An epic tale of adventure
ARENA is working hard to accelerate the shift to a more sustainable, affordable and secure energy system.
To do that, we break our investment into portfolios: these include areas like solar PV, solar thermal, off-grid solutions and bio energy. Part of my role involves our effort in a particularly fascinating technology area: marine power.
To me it’s not just a portfolio, it’s an epic tale of adventure on the high seas! It’s about dreamers, who spent years developing, testing, refining and re-testing their technology; all the time looking to find the best way to harness the power of the ocean.
The CETO5 wave energy project is a perfect illustration of this. It’s the fifth generation of Perth company Carnegie’s world-leading wave energy conversion device. The project tested three quarter-scale devices set in an array – like a small wind farm.
Each one costs as much as a Supermaxi in the Sydney to Hobart – but instead of three days battling against the elements, Carnegie navigated – with ARENA’s help – more than three years of challenges from the drawing board through construction, deployment and maintenance to final results.
The CETO5 demonstration operated for more than 13,000 hours, providing valuable data on the device’s energy conversion performance and on how to deploy and maintain a wave array at sea. It’s the first successful grid-connected wave array demonstration in the world.
Next steps are the test of big sister CETO6 – the full scale version – proving how wave, solar PV and storage can combine to deliver power at a price cheaper than diesel for remote coastal and island communities.
So what’s the big deal? Why have we invested so much money, time and effort into this area, particularly when the technology lies like sunken treasure beneath the waves?
Ultimately the answer is the potential value of marine energy to Australia’s future energy mix – in particular wave.
The CSIRO’s Alex Wonhas has said that wave energy could provide as much as 10 per cent of Australia’s future electricity needs by 2050 – that’s roughly enough electricity to power Melbourne.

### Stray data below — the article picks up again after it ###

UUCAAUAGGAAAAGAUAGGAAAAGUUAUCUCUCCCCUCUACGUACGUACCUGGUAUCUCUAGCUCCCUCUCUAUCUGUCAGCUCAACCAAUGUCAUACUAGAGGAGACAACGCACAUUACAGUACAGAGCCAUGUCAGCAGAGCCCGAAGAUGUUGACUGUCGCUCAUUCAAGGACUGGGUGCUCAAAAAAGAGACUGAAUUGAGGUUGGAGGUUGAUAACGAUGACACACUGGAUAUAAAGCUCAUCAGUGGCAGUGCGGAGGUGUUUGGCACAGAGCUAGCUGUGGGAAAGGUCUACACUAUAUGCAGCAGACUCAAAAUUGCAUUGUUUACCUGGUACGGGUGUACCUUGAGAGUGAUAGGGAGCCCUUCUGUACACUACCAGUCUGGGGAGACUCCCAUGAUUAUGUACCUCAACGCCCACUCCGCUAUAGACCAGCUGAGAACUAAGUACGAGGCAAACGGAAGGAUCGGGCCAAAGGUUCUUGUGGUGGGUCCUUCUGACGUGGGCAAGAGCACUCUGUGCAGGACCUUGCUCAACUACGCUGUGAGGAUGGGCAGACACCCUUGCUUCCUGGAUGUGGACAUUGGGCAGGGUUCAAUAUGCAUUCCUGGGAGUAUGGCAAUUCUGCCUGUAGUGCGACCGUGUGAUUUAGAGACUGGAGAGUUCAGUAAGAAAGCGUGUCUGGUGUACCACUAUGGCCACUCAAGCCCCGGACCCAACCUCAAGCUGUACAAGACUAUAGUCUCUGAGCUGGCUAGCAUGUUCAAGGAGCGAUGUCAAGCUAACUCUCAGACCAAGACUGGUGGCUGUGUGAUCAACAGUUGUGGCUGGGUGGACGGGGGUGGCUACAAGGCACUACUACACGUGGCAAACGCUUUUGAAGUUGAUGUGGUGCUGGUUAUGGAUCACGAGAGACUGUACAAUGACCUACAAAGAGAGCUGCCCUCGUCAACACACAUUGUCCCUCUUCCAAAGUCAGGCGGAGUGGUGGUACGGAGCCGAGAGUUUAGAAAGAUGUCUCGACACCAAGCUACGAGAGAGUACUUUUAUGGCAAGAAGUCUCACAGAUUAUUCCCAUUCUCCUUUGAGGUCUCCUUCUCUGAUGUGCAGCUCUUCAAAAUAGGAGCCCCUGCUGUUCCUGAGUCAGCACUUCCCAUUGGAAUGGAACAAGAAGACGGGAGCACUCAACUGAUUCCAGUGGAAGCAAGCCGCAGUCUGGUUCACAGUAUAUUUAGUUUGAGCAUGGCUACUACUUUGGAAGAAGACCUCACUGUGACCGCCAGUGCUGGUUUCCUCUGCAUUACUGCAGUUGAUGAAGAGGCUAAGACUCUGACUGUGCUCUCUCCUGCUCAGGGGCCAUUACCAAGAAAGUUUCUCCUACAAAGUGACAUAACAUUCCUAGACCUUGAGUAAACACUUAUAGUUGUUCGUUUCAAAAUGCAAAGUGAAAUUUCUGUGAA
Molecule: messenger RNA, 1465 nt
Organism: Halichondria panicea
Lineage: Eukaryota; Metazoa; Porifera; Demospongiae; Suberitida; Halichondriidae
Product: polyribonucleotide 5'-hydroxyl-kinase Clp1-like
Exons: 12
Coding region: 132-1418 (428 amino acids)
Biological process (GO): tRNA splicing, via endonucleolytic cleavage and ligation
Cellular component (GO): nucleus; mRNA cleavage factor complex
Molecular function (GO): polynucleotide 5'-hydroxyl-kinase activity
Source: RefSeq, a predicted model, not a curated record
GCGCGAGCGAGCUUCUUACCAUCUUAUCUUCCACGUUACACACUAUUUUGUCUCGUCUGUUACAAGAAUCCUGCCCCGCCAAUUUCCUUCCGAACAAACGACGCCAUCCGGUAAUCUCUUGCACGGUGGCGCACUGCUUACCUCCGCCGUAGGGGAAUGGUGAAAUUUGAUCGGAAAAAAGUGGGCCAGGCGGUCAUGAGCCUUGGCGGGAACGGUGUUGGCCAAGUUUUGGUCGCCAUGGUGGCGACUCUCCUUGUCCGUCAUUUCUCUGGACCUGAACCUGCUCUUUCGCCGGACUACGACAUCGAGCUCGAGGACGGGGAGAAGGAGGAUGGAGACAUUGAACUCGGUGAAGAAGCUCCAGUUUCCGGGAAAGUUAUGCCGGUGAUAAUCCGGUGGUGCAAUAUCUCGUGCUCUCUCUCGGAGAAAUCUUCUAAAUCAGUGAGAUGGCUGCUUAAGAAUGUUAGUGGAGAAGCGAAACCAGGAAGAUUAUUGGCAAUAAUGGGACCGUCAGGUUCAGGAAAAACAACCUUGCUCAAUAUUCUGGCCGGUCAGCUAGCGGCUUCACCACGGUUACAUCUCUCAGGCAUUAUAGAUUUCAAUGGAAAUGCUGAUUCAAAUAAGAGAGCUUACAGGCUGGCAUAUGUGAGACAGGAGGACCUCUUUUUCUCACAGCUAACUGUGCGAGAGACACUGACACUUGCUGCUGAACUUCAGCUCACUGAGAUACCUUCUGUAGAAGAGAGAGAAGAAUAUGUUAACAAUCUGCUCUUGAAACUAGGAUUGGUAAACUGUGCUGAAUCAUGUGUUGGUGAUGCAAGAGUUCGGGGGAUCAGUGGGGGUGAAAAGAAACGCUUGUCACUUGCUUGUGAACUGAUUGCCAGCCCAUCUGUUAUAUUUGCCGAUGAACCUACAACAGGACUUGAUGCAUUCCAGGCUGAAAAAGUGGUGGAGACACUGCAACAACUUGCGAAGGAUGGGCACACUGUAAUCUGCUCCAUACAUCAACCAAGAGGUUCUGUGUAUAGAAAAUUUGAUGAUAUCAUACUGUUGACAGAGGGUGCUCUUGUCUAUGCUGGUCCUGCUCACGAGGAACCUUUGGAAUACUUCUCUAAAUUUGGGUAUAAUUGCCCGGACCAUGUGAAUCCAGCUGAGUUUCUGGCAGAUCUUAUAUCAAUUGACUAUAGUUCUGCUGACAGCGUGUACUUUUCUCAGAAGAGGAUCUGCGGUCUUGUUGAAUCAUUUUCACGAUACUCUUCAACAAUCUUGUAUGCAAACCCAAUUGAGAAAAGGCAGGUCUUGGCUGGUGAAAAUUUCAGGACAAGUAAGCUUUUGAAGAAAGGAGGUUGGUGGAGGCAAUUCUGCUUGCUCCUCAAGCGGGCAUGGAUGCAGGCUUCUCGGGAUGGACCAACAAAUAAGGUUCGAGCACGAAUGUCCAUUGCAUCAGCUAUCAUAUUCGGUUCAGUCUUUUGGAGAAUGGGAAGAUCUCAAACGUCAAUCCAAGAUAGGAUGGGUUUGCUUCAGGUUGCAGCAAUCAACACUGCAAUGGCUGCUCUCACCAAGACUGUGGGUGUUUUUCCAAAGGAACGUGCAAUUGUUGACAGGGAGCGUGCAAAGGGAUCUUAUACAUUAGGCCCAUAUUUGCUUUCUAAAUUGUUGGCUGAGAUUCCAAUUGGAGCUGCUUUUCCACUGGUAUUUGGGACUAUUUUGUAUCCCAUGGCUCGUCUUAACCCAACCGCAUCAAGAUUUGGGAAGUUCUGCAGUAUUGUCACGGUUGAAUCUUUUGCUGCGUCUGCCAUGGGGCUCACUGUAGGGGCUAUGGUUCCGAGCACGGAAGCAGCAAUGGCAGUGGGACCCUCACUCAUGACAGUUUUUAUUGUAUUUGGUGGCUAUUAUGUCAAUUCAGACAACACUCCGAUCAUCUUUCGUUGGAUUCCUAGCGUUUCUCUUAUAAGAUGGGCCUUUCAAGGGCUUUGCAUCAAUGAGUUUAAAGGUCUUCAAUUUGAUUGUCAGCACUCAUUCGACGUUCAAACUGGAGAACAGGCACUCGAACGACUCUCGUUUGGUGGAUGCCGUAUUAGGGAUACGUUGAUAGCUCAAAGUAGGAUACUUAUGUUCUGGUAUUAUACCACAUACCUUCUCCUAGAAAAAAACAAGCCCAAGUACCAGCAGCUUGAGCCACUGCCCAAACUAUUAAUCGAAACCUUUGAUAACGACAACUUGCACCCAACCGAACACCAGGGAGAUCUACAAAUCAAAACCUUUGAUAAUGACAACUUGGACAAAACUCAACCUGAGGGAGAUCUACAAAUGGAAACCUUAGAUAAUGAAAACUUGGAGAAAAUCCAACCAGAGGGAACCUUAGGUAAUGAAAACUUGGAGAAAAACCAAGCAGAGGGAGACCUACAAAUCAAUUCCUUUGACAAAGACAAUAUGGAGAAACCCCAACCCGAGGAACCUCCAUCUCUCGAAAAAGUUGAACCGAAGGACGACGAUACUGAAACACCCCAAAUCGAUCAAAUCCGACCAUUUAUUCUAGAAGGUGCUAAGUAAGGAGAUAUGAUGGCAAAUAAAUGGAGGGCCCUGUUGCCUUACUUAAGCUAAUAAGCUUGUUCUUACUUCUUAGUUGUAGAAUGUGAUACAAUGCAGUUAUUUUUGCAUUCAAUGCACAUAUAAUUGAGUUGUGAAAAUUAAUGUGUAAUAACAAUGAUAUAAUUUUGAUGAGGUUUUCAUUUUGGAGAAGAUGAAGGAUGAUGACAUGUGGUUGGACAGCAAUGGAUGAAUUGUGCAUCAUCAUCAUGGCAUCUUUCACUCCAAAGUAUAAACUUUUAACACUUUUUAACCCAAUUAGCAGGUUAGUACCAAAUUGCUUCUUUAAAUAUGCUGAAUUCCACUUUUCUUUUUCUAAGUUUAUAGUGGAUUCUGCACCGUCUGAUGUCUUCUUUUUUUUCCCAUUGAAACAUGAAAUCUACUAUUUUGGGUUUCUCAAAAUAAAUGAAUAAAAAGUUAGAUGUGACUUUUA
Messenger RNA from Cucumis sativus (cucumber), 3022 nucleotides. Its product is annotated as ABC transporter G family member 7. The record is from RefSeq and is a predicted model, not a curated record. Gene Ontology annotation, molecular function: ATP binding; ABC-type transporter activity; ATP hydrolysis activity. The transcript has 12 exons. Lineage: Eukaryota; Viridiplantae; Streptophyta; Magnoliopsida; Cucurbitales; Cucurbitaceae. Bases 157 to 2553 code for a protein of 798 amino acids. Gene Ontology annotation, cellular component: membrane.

Wave energy is more predictable, and needs less space than other renewable energy technology types.
There are many who predict that solar will be the renewable energy technology that, combined with a bit of wind energy and battery storage, will take care of our future needs.
Perhaps. But it’s worth remembering that as distributed solar take-up increases, and the summer peak electricity demand starts to flatten, the winter peak stays relatively stable. If that trend continues, by the early 2030s, Victoria’s winter peaks could be higher than summer, meaning there may be a place for a high-yield, low impact winter source of energy (such as wave).
Carnegie is probably the most advanced wave company globally – but there are challenges (and challengers) along the way. Like battery storage and biofuels, wave energy in particular needs to stack value or realise other value streams (such as the island power market) to be competitive in the near term.
So next time you’re at the beach, spare a thought for those dreamers working away on turning the motion of the ocean into the energy of tomorrow.
By Andrew Newman (Strategy and Knowledge Sharing)
Andrew‘s areas of speciality include marine energy, integrating distributed energy and energy storage. He has a Masters of Environmental Law and has published on subjects including environmental planning law, corporate social responsibility and Chinese and Indian climate policy. Away from work he is passionate about cricket, the Sydney Swans and trivia.